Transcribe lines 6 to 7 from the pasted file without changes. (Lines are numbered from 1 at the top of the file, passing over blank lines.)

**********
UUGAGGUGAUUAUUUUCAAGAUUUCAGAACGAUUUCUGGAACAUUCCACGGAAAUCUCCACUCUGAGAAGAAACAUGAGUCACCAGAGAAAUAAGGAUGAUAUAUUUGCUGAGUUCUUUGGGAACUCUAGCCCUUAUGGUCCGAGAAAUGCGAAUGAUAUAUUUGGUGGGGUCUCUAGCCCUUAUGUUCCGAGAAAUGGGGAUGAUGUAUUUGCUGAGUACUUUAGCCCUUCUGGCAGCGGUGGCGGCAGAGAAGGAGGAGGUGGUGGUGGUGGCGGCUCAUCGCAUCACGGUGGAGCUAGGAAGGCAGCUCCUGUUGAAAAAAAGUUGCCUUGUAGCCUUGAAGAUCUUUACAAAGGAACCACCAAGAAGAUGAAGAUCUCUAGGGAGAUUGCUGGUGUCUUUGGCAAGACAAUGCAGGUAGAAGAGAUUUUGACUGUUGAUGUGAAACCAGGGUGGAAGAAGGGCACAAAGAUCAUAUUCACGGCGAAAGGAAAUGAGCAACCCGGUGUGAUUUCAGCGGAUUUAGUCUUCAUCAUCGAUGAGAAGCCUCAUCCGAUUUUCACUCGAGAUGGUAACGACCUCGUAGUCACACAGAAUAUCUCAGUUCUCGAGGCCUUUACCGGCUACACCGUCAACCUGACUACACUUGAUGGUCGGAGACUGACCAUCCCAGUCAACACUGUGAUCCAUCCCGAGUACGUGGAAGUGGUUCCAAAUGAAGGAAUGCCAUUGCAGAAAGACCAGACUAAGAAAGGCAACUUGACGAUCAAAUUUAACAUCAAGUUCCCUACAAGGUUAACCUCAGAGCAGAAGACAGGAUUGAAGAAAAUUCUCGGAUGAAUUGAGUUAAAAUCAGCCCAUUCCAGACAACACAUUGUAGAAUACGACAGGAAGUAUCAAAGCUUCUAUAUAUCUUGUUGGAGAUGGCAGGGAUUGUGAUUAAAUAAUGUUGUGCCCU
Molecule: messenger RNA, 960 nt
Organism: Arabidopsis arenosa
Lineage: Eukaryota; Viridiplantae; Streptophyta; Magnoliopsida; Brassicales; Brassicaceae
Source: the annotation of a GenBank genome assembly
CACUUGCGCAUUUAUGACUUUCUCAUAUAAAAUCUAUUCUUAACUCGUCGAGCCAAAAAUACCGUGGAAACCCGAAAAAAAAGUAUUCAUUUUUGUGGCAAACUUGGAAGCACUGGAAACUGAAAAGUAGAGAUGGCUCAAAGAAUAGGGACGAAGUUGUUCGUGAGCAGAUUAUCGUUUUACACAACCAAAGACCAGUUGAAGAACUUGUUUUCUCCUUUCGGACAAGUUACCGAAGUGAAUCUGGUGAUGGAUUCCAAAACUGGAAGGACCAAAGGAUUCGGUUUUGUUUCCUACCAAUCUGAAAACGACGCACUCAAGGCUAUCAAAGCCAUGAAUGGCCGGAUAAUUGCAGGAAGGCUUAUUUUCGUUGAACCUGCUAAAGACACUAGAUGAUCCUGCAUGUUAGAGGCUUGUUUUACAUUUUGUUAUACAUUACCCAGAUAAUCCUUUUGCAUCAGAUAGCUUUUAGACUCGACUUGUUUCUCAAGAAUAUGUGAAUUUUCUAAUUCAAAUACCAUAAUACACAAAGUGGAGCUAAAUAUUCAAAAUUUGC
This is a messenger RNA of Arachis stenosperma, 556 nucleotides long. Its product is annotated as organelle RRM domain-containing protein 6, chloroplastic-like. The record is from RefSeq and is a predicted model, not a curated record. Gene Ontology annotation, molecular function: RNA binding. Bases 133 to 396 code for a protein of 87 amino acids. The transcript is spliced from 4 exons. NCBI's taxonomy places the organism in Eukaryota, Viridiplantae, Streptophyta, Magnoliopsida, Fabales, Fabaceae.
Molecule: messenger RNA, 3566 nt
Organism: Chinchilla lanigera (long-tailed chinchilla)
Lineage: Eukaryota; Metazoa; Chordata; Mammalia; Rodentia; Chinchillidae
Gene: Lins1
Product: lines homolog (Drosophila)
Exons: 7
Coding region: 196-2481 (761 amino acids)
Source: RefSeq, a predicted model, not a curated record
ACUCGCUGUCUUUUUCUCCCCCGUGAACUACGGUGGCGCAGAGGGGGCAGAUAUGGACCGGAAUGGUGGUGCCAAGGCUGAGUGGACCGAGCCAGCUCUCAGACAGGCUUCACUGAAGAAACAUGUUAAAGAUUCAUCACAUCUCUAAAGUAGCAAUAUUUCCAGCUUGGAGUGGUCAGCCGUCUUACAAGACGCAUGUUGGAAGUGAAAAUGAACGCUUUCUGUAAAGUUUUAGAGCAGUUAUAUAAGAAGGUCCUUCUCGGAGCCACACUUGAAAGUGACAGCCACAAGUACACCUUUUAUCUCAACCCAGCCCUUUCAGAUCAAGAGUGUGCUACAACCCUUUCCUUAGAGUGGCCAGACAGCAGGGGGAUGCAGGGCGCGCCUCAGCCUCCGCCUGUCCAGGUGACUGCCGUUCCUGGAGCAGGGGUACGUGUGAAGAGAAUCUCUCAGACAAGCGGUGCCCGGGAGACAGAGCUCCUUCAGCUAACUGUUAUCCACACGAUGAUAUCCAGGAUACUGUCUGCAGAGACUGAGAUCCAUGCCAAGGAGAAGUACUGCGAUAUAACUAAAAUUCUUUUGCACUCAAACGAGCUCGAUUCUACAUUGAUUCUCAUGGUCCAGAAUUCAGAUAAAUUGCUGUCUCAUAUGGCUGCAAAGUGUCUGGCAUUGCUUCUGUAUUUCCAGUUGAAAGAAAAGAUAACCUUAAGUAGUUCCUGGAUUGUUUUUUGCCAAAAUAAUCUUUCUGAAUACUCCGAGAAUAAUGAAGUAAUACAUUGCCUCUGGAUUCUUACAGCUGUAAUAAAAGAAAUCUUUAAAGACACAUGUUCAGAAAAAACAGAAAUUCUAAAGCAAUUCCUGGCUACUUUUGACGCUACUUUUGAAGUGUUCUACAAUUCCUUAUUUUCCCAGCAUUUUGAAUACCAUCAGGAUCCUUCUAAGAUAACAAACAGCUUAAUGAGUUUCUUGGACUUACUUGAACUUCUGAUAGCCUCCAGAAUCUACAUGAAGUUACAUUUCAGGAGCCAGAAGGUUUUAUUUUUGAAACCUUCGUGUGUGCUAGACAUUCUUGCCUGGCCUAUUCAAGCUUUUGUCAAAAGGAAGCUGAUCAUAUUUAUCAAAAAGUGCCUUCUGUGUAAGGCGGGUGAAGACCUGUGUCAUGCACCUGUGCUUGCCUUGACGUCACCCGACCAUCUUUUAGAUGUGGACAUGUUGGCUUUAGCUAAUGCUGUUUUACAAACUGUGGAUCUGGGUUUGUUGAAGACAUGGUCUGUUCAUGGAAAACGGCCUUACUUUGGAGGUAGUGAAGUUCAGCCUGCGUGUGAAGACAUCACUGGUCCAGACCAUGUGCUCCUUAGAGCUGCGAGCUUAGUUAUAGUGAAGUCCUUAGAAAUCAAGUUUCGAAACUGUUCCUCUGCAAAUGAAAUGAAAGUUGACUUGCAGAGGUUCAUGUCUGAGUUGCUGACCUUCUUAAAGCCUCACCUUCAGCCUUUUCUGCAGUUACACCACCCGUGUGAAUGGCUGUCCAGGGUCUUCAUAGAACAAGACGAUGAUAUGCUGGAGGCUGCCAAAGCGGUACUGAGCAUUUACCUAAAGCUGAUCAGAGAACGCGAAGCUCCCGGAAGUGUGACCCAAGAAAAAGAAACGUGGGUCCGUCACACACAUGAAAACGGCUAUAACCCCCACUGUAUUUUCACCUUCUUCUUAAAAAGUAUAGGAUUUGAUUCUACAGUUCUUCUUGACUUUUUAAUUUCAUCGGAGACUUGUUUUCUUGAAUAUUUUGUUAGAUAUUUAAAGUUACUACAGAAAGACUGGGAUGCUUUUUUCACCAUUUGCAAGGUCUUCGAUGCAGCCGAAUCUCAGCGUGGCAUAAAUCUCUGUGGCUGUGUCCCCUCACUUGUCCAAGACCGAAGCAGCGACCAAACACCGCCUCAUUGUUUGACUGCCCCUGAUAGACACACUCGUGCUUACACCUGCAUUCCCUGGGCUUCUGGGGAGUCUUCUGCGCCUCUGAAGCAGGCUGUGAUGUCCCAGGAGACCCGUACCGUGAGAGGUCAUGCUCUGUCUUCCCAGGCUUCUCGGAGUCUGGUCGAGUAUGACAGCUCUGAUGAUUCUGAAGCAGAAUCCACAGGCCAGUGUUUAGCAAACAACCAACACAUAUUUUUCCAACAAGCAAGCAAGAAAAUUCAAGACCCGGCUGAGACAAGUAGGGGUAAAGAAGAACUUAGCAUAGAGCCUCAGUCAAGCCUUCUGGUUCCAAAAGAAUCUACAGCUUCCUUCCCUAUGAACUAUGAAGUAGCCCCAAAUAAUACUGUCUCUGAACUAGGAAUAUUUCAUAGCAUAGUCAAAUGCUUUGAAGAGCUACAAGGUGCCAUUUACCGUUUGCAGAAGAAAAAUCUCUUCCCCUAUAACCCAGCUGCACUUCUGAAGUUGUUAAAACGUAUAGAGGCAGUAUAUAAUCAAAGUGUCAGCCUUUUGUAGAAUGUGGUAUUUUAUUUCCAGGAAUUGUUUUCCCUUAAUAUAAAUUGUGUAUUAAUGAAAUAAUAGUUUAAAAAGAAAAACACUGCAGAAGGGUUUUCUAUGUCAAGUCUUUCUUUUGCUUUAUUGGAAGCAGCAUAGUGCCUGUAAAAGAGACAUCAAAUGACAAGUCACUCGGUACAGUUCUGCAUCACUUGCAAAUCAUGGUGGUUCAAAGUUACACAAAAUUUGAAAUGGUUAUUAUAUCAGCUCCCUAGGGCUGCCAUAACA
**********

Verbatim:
CACUUGCGCAUUUAUGACUUUCUCAUAUAAAAUCUAUUCUUAACUCGUCGAGCCAAAAAUACCGUGGAAACCCGAAAAAAAAGUAUUCAUUUUUGUGGCAAACUUGGAAGCACUGGAAACUGAAAAGUAGAGAUGGCUCAAAGAAUAGGGACGAAGUUGUUCGUGAGCAGAUUAUCGUUUUACACAACCAAAGACCAGUUGAAGAACUUGUUUUCUCCUUUCGGACAAGUUACCGAAGUGAAUCUGGUGAUGGAUUCCAAAACUGGAAGGACCAAAGGAUUCGGUUUUGUUUCCUACCAAUCUGAAAACGACGCACUCAAGGCUAUCAAAGCCAUGAAUGGCCGGAUAAUUGCAGGAAGGCUUAUUUUCGUUGAACCUGCUAAAGACACUAGAUGAUCCUGCAUGUUAGAGGCUUGUUUUACAUUUUGUUAUACAUUACCCAGAUAAUCCUUUUGCAUCAGAUAGCUUUUAGACUCGACUUGUUUCUCAAGAAUAUGUGAAUUUUCUAAUUCAAAUACCAUAAUACACAAAGUGGAGCUAAAUAUUCAAAAUUUGC
This is a messenger RNA of Arachis stenosperma, 556 nucleotides long. Its product is annotated as organelle RRM domain-containing protein 6, chloroplastic-like. The record is from RefSeq and is a predicted model, not a curated record. Gene Ontology annotation, molecular function: RNA binding. Bases 133 to 396 code for a protein of 87 amino acids. The transcript is spliced from 4 exons. NCBI's taxonomy places the organism in Eukaryota, Viridiplantae, Streptophyta, Magnoliopsida, Fabales, Fabaceae.